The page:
Buying guide: Kinect vs. Kinect SDK?

I’ve been trying to find an answer to this question on the forum, but perhaps I am using the wrong search terms.

What is the difference between the “regular” Kinect that’s ~$100 and the Kinect SDK that is ~$250? From what I understand, the SDK contains all the drivers etc. to write your own code for the X360 but if I am reading the forum posts here correctly, they can be downloaded from Microsoft. According to the comments on Amazon, it appears the SDK may come with different cables than the cheaper version which would only connect to an Xbox?

I am attending Node13 and have signed up for the Kinect workshops but I do not currently own one. While I have no problem with buying one, I want to be sure to get the right version for usage with a PC and VVVV.


i don’t know about folks on amazon but that’s bollocks! kinect SDK is a software development kit as its name indicates and it’s free to download here:
on the hardware side as far as i know there are 2 kind of kinects: the original xbox version and the “kinect for windows”. as far as i know both of them has the same feature set and depth/image quality. the only difference between the two is that kinect for windows has a near mode (which allows upper body and hand detection on closer range than the original kinect) and a shorter direct USB cabel. i don’t know what you found but the only standalone kinect i’ve seen on amazon was the kinect for windows for $250
also both of them works on PC even the xbox version. – just the Kinect sensor and it comes with a game (which is pretty useless, considering I don’t own an Xbox)

There appears to be 3 ways to purchase it, as part of a bundle with an Xbox, just the sensor in the link above and the SDK version. The shop I tried today only had the Xbox bundle, not the sensor on its own and the sales guy was no help about the different versions. I’ll try another shop tomorrow, maybe they’ll be more helpful.

yes you can buy the xbox version, but be aware that you will need an adapter kit for it:

@tonfilm: Are you sure about that adapter kit? I bought the xbox Kinect one year ago and that kit was already included (in my case the european power plug). Did they change the usb connector of the xbox-kinect?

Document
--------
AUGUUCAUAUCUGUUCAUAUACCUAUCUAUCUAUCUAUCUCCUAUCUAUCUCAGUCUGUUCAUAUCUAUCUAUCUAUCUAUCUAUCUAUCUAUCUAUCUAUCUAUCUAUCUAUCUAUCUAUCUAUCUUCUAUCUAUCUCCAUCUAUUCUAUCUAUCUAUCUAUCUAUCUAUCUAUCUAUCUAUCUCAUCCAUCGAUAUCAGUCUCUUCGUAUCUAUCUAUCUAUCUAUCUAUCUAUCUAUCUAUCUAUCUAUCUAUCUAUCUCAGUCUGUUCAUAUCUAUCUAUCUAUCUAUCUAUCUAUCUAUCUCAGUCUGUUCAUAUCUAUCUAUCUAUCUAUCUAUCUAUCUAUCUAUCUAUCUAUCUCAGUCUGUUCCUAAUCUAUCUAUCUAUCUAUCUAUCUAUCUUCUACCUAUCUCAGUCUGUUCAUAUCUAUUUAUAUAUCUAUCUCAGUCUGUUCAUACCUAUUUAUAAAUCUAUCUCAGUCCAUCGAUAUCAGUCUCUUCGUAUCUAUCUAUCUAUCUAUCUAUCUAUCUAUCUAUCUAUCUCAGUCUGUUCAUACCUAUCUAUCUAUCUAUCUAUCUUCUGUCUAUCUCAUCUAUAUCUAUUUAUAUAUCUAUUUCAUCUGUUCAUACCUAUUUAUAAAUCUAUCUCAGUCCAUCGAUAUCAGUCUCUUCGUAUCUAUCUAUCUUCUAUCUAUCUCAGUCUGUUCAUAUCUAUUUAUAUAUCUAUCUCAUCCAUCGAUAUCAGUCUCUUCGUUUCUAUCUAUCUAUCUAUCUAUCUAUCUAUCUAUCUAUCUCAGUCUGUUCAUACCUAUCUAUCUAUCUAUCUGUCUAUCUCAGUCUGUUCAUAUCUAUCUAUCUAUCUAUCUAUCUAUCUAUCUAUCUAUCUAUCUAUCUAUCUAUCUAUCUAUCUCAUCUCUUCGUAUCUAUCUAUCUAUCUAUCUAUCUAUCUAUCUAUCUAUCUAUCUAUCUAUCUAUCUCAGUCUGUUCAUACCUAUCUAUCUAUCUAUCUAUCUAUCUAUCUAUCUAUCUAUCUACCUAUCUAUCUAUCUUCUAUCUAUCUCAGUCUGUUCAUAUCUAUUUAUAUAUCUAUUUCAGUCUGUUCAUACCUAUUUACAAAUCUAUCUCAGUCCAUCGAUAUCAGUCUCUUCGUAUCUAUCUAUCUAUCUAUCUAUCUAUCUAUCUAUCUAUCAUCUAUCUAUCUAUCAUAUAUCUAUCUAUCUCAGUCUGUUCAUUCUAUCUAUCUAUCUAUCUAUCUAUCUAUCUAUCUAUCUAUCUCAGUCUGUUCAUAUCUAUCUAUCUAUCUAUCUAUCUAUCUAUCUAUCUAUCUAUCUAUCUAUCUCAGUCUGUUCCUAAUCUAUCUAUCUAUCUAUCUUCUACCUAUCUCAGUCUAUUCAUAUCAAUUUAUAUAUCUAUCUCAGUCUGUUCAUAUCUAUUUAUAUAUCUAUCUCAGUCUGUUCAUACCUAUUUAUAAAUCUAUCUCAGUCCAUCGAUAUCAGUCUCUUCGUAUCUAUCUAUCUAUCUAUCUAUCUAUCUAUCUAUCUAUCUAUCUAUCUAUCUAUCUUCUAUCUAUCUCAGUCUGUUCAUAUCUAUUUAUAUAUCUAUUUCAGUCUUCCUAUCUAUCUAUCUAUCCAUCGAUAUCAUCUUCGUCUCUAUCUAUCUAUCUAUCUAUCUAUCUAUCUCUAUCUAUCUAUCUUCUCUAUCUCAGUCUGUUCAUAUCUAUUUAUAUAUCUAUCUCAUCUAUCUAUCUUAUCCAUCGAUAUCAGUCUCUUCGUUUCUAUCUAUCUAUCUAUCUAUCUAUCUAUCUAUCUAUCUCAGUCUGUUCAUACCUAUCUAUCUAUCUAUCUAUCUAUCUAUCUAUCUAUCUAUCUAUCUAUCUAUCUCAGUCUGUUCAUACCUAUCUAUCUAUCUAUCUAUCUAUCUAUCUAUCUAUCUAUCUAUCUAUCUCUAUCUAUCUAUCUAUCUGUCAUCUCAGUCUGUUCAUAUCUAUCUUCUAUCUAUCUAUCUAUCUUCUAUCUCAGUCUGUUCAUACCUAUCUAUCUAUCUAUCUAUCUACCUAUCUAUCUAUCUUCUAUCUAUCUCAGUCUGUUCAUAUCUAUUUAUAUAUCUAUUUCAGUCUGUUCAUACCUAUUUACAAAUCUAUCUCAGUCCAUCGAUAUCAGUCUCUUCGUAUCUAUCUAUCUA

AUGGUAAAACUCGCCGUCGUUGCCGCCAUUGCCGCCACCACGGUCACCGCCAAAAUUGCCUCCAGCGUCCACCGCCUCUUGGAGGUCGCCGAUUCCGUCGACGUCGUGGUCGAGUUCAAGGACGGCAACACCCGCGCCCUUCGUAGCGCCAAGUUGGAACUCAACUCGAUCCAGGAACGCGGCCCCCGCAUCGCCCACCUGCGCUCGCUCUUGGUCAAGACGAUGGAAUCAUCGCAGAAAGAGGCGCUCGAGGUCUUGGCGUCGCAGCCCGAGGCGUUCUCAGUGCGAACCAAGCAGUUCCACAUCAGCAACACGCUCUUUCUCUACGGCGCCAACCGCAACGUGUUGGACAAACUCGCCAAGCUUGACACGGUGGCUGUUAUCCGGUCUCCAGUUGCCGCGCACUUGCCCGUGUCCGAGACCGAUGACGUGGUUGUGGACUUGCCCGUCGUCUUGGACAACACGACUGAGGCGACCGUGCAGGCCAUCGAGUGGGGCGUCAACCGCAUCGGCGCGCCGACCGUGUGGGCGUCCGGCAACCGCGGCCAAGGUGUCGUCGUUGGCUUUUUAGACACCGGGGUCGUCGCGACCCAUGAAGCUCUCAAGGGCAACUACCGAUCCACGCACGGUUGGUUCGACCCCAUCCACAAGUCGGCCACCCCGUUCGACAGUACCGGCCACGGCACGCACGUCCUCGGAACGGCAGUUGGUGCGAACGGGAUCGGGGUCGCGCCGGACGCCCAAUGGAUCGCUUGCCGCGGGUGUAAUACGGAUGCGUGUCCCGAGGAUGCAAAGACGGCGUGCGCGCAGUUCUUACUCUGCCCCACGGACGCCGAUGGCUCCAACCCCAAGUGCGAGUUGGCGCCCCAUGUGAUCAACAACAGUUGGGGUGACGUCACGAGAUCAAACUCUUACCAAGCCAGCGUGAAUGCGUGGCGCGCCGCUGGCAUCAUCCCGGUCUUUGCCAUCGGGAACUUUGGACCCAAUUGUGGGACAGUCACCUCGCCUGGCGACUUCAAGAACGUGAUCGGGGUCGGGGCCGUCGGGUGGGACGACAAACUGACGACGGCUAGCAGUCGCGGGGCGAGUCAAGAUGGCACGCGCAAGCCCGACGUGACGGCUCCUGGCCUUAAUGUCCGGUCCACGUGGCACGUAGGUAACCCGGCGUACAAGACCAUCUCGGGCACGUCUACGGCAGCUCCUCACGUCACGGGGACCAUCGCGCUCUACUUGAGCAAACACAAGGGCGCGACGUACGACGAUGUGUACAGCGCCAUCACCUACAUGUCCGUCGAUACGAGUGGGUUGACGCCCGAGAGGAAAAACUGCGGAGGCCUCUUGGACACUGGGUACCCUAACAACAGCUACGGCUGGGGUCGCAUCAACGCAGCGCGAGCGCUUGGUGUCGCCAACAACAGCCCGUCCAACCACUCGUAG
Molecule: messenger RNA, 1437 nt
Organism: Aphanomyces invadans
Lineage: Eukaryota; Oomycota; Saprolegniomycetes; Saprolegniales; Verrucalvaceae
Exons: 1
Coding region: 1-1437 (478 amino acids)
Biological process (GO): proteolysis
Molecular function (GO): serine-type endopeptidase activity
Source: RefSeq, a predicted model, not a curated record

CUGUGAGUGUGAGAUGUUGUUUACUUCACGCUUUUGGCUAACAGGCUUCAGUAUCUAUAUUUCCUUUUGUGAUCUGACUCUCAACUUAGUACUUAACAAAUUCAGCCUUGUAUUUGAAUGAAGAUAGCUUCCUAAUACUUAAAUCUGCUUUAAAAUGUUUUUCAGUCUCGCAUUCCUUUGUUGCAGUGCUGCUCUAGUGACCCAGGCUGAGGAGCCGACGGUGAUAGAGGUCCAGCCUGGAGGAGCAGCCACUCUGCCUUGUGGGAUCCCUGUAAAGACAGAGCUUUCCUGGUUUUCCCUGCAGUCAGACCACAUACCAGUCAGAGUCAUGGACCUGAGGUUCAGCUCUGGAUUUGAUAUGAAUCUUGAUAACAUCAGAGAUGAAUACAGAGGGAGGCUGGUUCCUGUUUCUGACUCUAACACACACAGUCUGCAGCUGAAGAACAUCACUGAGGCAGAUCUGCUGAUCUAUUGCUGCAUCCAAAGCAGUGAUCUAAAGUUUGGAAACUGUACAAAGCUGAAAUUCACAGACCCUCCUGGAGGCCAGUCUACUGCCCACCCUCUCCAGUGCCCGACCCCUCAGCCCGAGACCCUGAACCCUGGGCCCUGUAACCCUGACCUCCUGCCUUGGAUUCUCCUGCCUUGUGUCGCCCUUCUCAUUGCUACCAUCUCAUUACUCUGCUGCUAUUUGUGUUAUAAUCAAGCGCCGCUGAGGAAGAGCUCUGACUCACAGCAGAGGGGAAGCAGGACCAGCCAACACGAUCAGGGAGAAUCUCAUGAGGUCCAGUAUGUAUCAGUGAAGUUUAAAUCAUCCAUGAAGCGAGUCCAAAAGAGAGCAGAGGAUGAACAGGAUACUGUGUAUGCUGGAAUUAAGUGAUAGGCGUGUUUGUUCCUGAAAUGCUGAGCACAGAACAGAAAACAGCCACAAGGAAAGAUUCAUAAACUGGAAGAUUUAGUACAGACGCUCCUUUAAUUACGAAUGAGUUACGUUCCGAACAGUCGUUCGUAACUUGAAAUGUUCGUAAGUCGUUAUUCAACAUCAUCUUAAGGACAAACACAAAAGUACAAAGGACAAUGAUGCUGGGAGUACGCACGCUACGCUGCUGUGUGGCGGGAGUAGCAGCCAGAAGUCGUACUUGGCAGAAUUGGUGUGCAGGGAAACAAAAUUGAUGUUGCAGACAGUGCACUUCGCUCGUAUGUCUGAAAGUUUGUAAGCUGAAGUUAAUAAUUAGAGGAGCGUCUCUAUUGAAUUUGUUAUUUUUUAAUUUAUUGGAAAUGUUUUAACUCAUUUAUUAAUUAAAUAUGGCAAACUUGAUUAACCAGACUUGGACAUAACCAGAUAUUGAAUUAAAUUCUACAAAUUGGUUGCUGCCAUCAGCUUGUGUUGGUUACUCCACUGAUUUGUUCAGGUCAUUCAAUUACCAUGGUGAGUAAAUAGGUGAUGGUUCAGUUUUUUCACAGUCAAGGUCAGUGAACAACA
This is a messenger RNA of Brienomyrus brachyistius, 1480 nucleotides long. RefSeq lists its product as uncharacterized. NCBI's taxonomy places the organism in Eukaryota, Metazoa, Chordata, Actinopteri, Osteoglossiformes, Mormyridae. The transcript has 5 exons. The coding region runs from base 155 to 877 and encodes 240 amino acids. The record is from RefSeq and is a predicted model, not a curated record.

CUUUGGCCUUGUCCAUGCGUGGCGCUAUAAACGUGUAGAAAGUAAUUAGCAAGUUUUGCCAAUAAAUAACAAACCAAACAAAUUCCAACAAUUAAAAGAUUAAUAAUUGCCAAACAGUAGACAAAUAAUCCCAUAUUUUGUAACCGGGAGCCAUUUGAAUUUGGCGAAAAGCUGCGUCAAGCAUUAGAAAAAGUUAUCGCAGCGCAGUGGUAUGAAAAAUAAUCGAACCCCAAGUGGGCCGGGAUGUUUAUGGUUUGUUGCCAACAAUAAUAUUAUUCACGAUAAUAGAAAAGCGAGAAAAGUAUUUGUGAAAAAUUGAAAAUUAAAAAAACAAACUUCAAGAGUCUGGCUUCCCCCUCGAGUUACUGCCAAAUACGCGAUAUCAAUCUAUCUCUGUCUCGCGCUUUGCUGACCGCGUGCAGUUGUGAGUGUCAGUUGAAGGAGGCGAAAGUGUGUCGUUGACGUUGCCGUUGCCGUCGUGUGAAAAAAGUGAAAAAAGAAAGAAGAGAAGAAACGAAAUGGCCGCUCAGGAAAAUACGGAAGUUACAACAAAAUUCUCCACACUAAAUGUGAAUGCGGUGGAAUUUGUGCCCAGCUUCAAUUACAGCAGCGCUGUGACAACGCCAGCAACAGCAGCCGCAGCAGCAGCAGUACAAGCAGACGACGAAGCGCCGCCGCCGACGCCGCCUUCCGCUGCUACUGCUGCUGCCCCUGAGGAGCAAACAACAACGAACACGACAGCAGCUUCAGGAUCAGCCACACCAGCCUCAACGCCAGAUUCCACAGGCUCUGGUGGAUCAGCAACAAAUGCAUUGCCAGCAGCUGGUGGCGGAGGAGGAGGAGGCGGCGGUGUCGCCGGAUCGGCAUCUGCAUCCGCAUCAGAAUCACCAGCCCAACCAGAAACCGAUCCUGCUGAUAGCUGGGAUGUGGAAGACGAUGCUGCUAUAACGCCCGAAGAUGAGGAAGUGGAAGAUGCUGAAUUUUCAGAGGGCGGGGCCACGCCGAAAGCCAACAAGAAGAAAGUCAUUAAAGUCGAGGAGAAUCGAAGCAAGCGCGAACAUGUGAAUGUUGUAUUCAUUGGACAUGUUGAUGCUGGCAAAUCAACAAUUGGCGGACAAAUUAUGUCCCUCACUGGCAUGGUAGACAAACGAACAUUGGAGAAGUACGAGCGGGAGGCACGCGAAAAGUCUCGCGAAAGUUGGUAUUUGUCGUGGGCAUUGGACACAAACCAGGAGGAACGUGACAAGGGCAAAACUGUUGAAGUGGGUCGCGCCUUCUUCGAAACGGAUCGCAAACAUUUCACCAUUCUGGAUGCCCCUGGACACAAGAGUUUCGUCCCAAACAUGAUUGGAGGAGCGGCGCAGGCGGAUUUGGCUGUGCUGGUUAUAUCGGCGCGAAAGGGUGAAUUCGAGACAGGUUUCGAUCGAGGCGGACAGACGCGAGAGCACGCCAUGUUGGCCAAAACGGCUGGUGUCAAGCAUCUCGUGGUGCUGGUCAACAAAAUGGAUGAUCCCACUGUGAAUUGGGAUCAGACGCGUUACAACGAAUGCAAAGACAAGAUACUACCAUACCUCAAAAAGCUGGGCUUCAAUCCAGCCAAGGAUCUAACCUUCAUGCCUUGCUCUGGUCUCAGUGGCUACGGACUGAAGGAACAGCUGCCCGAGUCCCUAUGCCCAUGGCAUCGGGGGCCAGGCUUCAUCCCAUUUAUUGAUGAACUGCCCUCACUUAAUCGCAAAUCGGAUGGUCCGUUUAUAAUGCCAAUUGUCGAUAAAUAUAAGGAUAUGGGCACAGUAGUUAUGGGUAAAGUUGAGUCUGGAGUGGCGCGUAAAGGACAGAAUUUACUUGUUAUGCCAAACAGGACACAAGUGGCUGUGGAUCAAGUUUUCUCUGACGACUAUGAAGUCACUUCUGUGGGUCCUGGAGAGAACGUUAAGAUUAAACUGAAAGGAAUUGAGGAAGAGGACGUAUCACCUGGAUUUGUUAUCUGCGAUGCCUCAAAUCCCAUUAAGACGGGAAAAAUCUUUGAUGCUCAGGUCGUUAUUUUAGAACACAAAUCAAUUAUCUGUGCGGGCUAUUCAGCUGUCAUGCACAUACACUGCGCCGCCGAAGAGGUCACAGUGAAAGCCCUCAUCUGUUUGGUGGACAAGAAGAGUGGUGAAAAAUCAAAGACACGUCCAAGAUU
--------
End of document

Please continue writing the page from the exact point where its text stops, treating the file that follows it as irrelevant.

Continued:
@Pixelsmith: As far as I know the only difference is the near mode, like microdee said.

I made sure that I got one for the first version of the Xbox, then the adapter is included

ah, thanks for clearing this up… we got two in the office, one has the adapter kit but not the other (or it got lost).

They had one left like the one on Amazon and that adapter is in the box, so I guess unless I need a nearer mode in the future, this should do the trick!

As far as I know you’ve got to buy the Kinect for Windows if you plan on using it for commercial projects.
Within vvvv you can use vux’ Kinect nodes.

For the Xbox version you will have to use the OpenNI nodes or some older version of vux’ nodes which were still using the beta of the SDK - the beta SDK was still compatible with Xbox Kinect, newer versions require the Windows one.

@readme: no they don’t. i happily use the xbox kinect with ms SDK 1.6. even facetracking works too in the SDK examples. or you meant there’s a legal “limitation” that says you cannot use xbox kinect for commercial purposes with the newer SDK’s?

I RTFM and under “Warranty Exclusions” it says something about damage by use with products not sold or licenced by Microsoft and commercial purposes, but those appear to be rentals/pay per play. There’s a bit about “normal use conditions”/ordinary consumer use under home conditions. There’s also something about attempting to defeat/circumvent technical limitations, security or anti-piracy systems, which I don’t think would apply.

There’s a lot of “if you use this with unauthorised accessories/software and break it, you void your warranty” type stuff, but nothing in there that strictly prohibits using it for commercial purposes… but I’m nowhere near a position of being able to do anything like that. If push comes to shove, I manage to learn how to use this thing, and it’s required to pony up for the more expensive one, I’ll look into buying the SDK version at that time. As I’m just going to learn about how to use it now, if it breaks and I can’t use the warranty, I’m not going to wail and gnash my teeth over $100.

Hm ok, thanks for clearing this up.
Got something wrong then, still this page states:


Guess it’s about the limitations of the beta SDK then.

Having brought this Xbox360 version to Node13, I can report that it somewhat worked in Elliott Woods’ session. Although I was not able to successfully use the chessboard to create any calibration data, I was able to bring up the 4 video windows. In this case, the drivers were third party ones, not the SDK , I had to uninstall those to use the ones we were provided in the workshop.

The Kinect Basics workshop was a different story. I uninstalled all the drivers that had worked and reinstalled the SDK ones, couldn’t even get a video image. The Kinect Studio program did not register that a Kinect was even connected to my computer, although the light on it was green. Apparently, there is something within the Xbox360 version that doesn’t allow it to be used with any official M$ programs or drivers.

One of the things I remember being told in one of the workshops (I believe lecloneur said it) was that once you get something working, there isn’t a huge amount of difference in the features between the various types of Kinect software and that he just keeps to the one (SDK).

So the moral of the story from my perspective is: if you want to use a Kinect, better to buy the expensive version as it is made to be hacked and you may have an easier time getting it to work.